David Goggins
Former Navy Seal
Career Development
Bryan Cranston
Critical Thinking
Liv Boeree
International Poker Champion
Emotional Intelligence
Amaryllis Fox
Former CIA Clandestine Operative
Chris Hadfield
Retired Canadian Astronaut & Author
from the world's big
Start Learning

Does science explain everything?

Question: Does science explain everything?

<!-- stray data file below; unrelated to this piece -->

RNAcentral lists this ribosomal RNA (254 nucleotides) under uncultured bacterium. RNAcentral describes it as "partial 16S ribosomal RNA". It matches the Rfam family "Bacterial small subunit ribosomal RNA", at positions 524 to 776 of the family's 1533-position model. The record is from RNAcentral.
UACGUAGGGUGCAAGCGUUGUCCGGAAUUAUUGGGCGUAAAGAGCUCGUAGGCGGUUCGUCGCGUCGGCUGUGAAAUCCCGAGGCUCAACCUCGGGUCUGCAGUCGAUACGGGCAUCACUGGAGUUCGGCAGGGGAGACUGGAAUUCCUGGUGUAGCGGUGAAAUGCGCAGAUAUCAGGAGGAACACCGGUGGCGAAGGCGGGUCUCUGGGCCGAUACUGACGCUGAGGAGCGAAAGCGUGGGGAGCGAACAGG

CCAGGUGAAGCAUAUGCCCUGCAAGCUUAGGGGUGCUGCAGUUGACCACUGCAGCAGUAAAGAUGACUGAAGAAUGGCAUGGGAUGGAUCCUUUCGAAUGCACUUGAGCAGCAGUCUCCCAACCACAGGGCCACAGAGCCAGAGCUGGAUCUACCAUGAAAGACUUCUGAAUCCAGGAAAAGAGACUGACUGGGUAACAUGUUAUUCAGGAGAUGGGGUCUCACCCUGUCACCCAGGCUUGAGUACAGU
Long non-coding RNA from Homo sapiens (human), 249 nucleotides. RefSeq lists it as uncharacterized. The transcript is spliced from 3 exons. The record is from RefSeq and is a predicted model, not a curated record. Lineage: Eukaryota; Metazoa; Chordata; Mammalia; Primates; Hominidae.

Adam Bly: Does it? No. Should it? No. Do I want it to? No. No. I do think that there is a place for . . . Again I think it’s also about viewing . . . Again it comes back to that fundamental of, “What is science?” I think that science does have surpassing powers in terms of its utility as a lens. It does cure things, you know? It does have actual great functional value. I’m not sure we could deal with the catastrophic impacts of climate change simply through the arts. I don’t mean that flippantly. I mean there is great value actually to the arts now in making people emotionally invested and even better citizens when it comes to these issues. But you know fundamentally you do need a scientific lens to actually deal with these issues. And so do I think it has surpassing value? Yes. Do I think that it . . . it can be a complete, full worldview? For some yes. For some no. For society at large, I don’t know what that means. There is no such thing as one global lens. So I think it’s a lot more nuanced than that. I do think that there are greater many . . . There are many more forces acting against science than there are forces acting against some of those other lenses. I do think that science is a more certainly progressive . . . It almost seems a copout to say “better”, but better lens than religion at a high level through which to view the world and its problems. Because I think that we as a planet, as a population are better when we know things, when we question things, and we’re capable of understanding the foundations for decisions. And I think that that’s generally true. I would struggle with how to incorporate that into the challenges that a country like China faces today in achieving political reform. Because on one hand those are somewhat democratic ideals that I’ve associated with science. And I think that science and democracy do go very nicely hand-in-hand. And I think if you’re sort of pro-science, you’re pro-democracy. If you’re pro-democracy, you’re pro-science. Or you kind of should be fundamentally, which is why it’s non-partisan. But as you look at, you know, emerging economies and you look most importantly at China right now and its profound place in the world; and on, you know, the next, 20, 30, 40, 50 years of our lives, on one hand I still believe in the power of science; but the way we view democracy . . . the way we view all those kind of institutions I kind of laid out as being analogous with science, somehow all of this needs to be rethought in the context of . . . in the context of China, which is what I was saying earlier about kind of rethinking science in the context of both the eastern and western perspectives. Because some of those same ideas may not hold true for what is ultimately in the best interest of China going forward. So I . . . That would be an interesting, you know . . . That’s something I don’t know yet. I’m not sure how that all mashes up with the rise of science in China.